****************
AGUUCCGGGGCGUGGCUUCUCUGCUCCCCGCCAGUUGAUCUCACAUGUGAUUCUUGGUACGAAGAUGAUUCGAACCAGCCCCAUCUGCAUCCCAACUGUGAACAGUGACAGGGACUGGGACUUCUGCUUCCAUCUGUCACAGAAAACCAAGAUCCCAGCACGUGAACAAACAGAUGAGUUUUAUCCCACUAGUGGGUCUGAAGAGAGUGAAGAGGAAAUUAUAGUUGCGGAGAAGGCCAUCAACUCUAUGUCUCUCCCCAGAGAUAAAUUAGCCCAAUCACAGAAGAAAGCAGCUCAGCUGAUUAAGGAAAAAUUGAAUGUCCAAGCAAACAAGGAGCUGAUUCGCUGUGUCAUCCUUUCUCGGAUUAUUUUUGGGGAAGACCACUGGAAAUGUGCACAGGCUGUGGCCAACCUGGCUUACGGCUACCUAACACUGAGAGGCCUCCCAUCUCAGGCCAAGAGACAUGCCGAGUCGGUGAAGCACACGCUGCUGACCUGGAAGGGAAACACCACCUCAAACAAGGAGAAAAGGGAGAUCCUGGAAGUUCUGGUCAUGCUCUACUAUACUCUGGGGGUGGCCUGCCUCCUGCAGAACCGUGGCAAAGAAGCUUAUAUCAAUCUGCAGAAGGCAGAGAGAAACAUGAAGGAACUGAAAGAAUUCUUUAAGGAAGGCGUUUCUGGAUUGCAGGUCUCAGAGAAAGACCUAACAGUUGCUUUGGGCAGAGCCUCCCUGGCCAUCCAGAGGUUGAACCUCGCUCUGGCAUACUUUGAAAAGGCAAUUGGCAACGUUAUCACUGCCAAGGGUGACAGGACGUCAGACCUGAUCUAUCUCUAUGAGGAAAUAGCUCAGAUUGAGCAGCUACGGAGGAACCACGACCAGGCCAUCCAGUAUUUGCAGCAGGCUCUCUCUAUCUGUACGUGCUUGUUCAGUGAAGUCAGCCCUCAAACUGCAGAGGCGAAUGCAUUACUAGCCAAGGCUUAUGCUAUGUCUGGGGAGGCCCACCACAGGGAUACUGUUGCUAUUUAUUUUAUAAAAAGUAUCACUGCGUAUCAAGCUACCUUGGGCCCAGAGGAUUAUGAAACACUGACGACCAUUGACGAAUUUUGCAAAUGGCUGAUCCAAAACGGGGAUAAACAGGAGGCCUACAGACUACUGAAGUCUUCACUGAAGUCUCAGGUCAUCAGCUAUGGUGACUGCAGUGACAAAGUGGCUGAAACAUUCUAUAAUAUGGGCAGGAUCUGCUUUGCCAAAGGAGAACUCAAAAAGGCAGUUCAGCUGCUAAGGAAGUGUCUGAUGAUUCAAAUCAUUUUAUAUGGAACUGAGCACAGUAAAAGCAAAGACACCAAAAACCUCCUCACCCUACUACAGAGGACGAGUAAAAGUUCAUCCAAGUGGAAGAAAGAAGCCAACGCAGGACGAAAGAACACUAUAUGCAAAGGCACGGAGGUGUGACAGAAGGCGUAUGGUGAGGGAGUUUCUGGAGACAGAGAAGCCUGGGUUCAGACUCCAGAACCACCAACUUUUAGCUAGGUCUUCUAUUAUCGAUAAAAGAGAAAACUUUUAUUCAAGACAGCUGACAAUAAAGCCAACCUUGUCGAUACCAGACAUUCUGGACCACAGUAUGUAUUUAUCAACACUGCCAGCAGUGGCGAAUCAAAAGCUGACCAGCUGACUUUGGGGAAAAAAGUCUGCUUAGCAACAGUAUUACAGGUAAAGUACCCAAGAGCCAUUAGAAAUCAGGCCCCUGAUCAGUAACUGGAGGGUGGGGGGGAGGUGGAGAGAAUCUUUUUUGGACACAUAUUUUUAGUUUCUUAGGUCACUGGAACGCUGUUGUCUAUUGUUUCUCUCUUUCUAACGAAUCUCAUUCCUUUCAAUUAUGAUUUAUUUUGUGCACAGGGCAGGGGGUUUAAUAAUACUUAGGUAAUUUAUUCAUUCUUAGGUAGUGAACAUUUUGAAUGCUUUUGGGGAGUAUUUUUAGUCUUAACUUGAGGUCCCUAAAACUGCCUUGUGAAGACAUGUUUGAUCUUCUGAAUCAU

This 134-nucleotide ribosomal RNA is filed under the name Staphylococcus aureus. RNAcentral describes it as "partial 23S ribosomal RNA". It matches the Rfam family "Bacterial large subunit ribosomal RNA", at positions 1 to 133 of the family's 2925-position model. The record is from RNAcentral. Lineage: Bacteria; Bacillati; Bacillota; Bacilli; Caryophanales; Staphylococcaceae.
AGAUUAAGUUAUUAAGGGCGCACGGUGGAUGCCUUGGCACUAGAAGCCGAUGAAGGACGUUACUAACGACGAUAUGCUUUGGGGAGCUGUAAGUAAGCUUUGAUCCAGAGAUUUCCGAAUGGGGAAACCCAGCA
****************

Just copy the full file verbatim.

AGUUCCGGGGCGUGGCUUCUCUGCUCCCCGCCAGUUGAUCUCACAUGUGAUUCUUGGUACGAAGAUGAUUCGAACCAGCCCCAUCUGCAUCCCAACUGUGAACAGUGACAGGGACUGGGACUUCUGCUUCCAUCUGUCACAGAAAACCAAGAUCCCAGCACGUGAACAAACAGAUGAGUUUUAUCCCACUAGUGGGUCUGAAGAGAGUGAAGAGGAAAUUAUAGUUGCGGAGAAGGCCAUCAACUCUAUGUCUCUCCCCAGAGAUAAAUUAGCCCAAUCACAGAAGAAAGCAGCUCAGCUGAUUAAGGAAAAAUUGAAUGUCCAAGCAAACAAGGAGCUGAUUCGCUGUGUCAUCCUUUCUCGGAUUAUUUUUGGGGAAGACCACUGGAAAUGUGCACAGGCUGUGGCCAACCUGGCUUACGGCUACCUAACACUGAGAGGCCUCCCAUCUCAGGCCAAGAGACAUGCCGAGUCGGUGAAGCACACGCUGCUGACCUGGAAGGGAAACACCACCUCAAACAAGGAGAAAAGGGAGAUCCUGGAAGUUCUGGUCAUGCUCUACUAUACUCUGGGGGUGGCCUGCCUCCUGCAGAACCGUGGCAAAGAAGCUUAUAUCAAUCUGCAGAAGGCAGAGAGAAACAUGAAGGAACUGAAAGAAUUCUUUAAGGAAGGCGUUUCUGGAUUGCAGGUCUCAGAGAAAGACCUAACAGUUGCUUUGGGCAGAGCCUCCCUGGCCAUCCAGAGGUUGAACCUCGCUCUGGCAUACUUUGAAAAGGCAAUUGGCAACGUUAUCACUGCCAAGGGUGACAGGACGUCAGACCUGAUCUAUCUCUAUGAGGAAAUAGCUCAGAUUGAGCAGCUACGGAGGAACCACGACCAGGCCAUCCAGUAUUUGCAGCAGGCUCUCUCUAUCUGUACGUGCUUGUUCAGUGAAGUCAGCCCUCAAACUGCAGAGGCGAAUGCAUUACUAGCCAAGGCUUAUGCUAUGUCUGGGGAGGCCCACCACAGGGAUACUGUUGCUAUUUAUUUUAUAAAAAGUAUCACUGCGUAUCAAGCUACCUUGGGCCCAGAGGAUUAUGAAACACUGACGACCAUUGACGAAUUUUGCAAAUGGCUGAUCCAAAACGGGGAUAAACAGGAGGCCUACAGACUACUGAAGUCUUCACUGAAGUCUCAGGUCAUCAGCUAUGGUGACUGCAGUGACAAAGUGGCUGAAACAUUCUAUAAUAUGGGCAGGAUCUGCUUUGCCAAAGGAGAACUCAAAAAGGCAGUUCAGCUGCUAAGGAAGUGUCUGAUGAUUCAAAUCAUUUUAUAUGGAACUGAGCACAGUAAAAGCAAAGACACCAAAAACCUCCUCACCCUACUACAGAGGACGAGUAAAAGUUCAUCCAAGUGGAAGAAAGAAGCCAACGCAGGACGAAAGAACACUAUAUGCAAAGGCACGGAGGUGUGACAGAAGGCGUAUGGUGAGGGAGUUUCUGGAGACAGAGAAGCCUGGGUUCAGACUCCAGAACCACCAACUUUUAGCUAGGUCUUCUAUUAUCGAUAAAAGAGAAAACUUUUAUUCAAGACAGCUGACAAUAAAGCCAACCUUGUCGAUACCAGACAUUCUGGACCACAGUAUGUAUUUAUCAACACUGCCAGCAGUGGCGAAUCAAAAGCUGACCAGCUGACUUUGGGGAAAAAAGUCUGCUUAGCAACAGUAUUACAGGUAAAGUACCCAAGAGCCAUUAGAAAUCAGGCCCCUGAUCAGUAACUGGAGGGUGGGGGGGAGGUGGAGAGAAUCUUUUUUGGACACAUAUUUUUAGUUUCUUAGGUCACUGGAACGCUGUUGUCUAUUGUUUCUCUCUUUCUAACGAAUCUCAUUCCUUUCAAUUAUGAUUUAUUUUGUGCACAGGGCAGGGGGUUUAAUAAUACUUAGGUAAUUUAUUCAUUCUUAGGUAGUGAACAUUUUGAAUGCUUUUGGGGAGUAUUUUUAGUCUUAACUUGAGGUCCCUAAAACUGCCUUGUGAAGACAUGUUUGAUCUUCUGAAUCAU

This 134-nucleotide ribosomal RNA is filed under the name Staphylococcus aureus. RNAcentral describes it as "partial 23S ribosomal RNA". It matches the Rfam family "Bacterial large subunit ribosomal RNA", at positions 1 to 133 of the family's 2925-position model. The record is from RNAcentral. Lineage: Bacteria; Bacillati; Bacillota; Bacilli; Caryophanales; Staphylococcaceae.
AGAUUAAGUUAUUAAGGGCGCACGGUGGAUGCCUUGGCACUAGAAGCCGAUGAAGGACGUUACUAACGACGAUAUGCUUUGGGGAGCUGUAAGUAAGCUUUGAUCCAGAGAUUUCCGAAUGGGGAAACCCAGCA